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Old 2018-04-29, 01:43 AM  
OneTrackMind
Unicyclist
 
Join Date: Jun 2014
Location: Murwillumbah, NSW, Australia
Age: 59
Posts: 1,047
You have bought the perfect uni for learning. With your bike trails experience I am sure you will be able to learn very quickly. I have taught three riders and they were all doing basic riding within an hour or so.

Plus one for staying away from walls and fences. They just teach you to cling to things. Definitely stay away from tennis court chain wire fences which can result in serious hand injuries if your fingers get caught.

I do recommend starting out for no more than a few minutes with a rail (such as the top of a fence) to get a feel for the dynamics and how to change direction. Then move to a backstop start. Back the uni against a stop so it won't roll backwards. This takes out a lot of the complexity of mounting. An aerobic step is the ideal back stop as it also gives the rider a raised platform to mount from.

Position the non-dominant pedal at four o'clock (or eight o'clock depending on the side). Step all of you weight onto that pedal, step up to the other pedal, leaning a lot further forward than you expect, and ride away.

Like walking, unicycling is a "continuously saved fall". You need to get your body moving then bring the wheel underneath you. As you step up the uni will be leaning forward too. The first pedal stroke quickly brings it to the normal slightly leaning back position with your body leaning slightly forward and your centre of gravity over the point of contact with the ground.

At this point you and the wheel are both moving. Just as on a bicycle, learners don't usually have the skills to still stand, which is why you have to go almost instantly from stationary to riding speed. Hence the big lean forwards start technique.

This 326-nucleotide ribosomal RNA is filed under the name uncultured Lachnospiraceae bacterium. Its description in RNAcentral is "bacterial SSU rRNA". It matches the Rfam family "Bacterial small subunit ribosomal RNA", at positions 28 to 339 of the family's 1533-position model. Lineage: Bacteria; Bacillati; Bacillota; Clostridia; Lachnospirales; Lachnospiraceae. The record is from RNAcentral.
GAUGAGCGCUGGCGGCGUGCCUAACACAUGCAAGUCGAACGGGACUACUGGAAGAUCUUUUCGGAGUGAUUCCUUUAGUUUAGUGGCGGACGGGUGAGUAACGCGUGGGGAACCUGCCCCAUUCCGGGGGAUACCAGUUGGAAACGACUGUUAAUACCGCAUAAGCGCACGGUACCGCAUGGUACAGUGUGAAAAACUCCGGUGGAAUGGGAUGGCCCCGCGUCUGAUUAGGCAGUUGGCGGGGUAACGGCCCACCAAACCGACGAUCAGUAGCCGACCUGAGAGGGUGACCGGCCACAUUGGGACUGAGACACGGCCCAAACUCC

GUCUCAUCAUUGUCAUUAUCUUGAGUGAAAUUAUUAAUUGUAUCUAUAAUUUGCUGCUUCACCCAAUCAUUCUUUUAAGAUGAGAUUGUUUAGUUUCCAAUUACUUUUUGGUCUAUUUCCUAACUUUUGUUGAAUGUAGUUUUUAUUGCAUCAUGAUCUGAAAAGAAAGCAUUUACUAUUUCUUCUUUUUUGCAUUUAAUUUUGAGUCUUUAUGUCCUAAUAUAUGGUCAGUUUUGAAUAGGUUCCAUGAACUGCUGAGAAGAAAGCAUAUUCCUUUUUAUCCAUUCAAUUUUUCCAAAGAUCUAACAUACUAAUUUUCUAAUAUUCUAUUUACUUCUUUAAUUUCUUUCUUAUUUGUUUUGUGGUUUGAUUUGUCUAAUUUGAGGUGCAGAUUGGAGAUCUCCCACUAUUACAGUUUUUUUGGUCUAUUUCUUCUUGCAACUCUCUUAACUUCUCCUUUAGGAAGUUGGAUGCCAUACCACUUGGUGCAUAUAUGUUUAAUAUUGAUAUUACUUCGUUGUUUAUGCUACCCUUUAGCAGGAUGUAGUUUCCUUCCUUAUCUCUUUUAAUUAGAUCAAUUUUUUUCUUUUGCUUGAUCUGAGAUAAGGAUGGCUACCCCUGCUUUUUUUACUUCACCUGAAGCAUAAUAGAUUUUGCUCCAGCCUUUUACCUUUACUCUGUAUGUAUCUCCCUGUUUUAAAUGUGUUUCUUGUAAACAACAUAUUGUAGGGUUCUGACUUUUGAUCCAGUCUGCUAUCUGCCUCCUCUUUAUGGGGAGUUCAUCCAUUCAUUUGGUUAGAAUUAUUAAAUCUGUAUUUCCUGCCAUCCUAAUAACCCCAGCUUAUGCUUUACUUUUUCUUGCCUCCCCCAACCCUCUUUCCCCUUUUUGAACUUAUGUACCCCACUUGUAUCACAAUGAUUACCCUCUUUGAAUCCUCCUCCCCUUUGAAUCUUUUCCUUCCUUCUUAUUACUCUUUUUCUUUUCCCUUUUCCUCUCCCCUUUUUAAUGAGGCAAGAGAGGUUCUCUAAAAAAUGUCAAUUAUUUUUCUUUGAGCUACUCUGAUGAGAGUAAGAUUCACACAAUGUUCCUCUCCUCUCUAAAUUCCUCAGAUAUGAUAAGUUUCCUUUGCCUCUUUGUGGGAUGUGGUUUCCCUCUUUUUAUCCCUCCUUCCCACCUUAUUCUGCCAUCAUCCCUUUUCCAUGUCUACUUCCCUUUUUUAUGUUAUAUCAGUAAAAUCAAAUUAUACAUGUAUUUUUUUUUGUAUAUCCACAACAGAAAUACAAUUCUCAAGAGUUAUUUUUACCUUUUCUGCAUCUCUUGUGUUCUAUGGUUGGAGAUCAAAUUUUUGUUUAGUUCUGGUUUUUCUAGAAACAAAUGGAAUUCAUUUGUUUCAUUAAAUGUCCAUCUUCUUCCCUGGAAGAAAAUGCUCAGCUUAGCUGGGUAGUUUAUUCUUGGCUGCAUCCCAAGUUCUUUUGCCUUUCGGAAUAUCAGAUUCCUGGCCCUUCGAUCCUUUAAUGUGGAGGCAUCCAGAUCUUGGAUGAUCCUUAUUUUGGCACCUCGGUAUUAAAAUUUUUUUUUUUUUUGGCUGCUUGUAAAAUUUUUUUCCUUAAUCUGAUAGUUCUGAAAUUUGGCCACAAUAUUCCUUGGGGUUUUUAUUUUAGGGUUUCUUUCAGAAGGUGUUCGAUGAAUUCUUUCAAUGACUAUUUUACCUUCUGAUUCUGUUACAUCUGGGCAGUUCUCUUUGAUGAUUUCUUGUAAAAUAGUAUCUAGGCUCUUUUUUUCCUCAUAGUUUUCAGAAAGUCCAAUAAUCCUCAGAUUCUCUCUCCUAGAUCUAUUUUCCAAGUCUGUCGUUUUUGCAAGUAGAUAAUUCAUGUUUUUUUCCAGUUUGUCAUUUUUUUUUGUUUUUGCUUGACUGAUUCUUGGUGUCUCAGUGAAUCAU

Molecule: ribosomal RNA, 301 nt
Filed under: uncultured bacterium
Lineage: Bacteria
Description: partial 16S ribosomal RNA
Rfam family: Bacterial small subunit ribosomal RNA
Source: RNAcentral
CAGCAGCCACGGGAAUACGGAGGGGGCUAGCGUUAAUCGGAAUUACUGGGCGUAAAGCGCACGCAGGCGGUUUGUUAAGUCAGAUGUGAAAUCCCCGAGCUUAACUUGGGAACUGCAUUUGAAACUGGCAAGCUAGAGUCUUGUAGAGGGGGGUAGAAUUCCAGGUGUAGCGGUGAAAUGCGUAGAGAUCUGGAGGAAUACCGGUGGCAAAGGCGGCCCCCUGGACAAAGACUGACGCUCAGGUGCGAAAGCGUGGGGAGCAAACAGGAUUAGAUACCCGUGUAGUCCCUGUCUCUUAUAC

Each time you take off analyse what didn't work. Too far to the side. Can't get over the top to the next stroke. Too much lean, not enough lean. Foot placement. Then choose one thing to focus on for the next attempt. Eventually they will all come together.

Have the saddle at a height where you can just reach the ground on both sides. This avoids the "sitting on a stick" feeling where you can't control which direction you are going to fall.

Wear strong boots. Put most of your weight on the pedals and grip the nose of the saddle between your thighs. Weight on the saddle is something to aim for but difficult until you learn to keep the uni close to upright.

Balance with your arms comes naturally but the goal is to balance by moving your hips to keep the point of contact under your centre of mass. However balance and steering are intimately related.

Steer towards the direction you are falling. Initially you will steer by twisting the uni against your body inertia. The goal is to steer by leaning the uni. This is done by leaning the uni and counter-leaning your body, keeping the point of contact under you. (Leaning the body into turns comes much, much later.)

Find a smooth grassed area for the initial attempts. You will come off a lot better from the inevitable falls and learn how to save yourself. The grass needs to be as smooth as possible as dealing with irregularities isn't trivial. A very small downhill slope helps get of the dead spot in the pedalling.

Once you are comfortable with bailing out and usually staying on your feet, move onto a smooth hard surface. I strongly advise you wear protection, especially wrist guards.

The biggest and most real fear is falling backwards. Err on the side of leaning too far forwards to avoid this. You can run out of a forward fall.

Learning is mostly about persistence so your brain and body learn to respond fast enough. Don't keep at it if you are getting miserably frustrated. Leave it to tomorrow or you will be just learning to fail. It is surprising how sometime you can improve between sessions.

The reward you get once you can ride is magical.
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Triton 36" + 29" | KH 29" | KH 26" | KH 27.5" Muni | Nimbus eSport Race 24" | Torker LX 24" | Qu-Ax Luxus 20" | Qu-Ax Profi 20" | KH / Impact 19" hybrid
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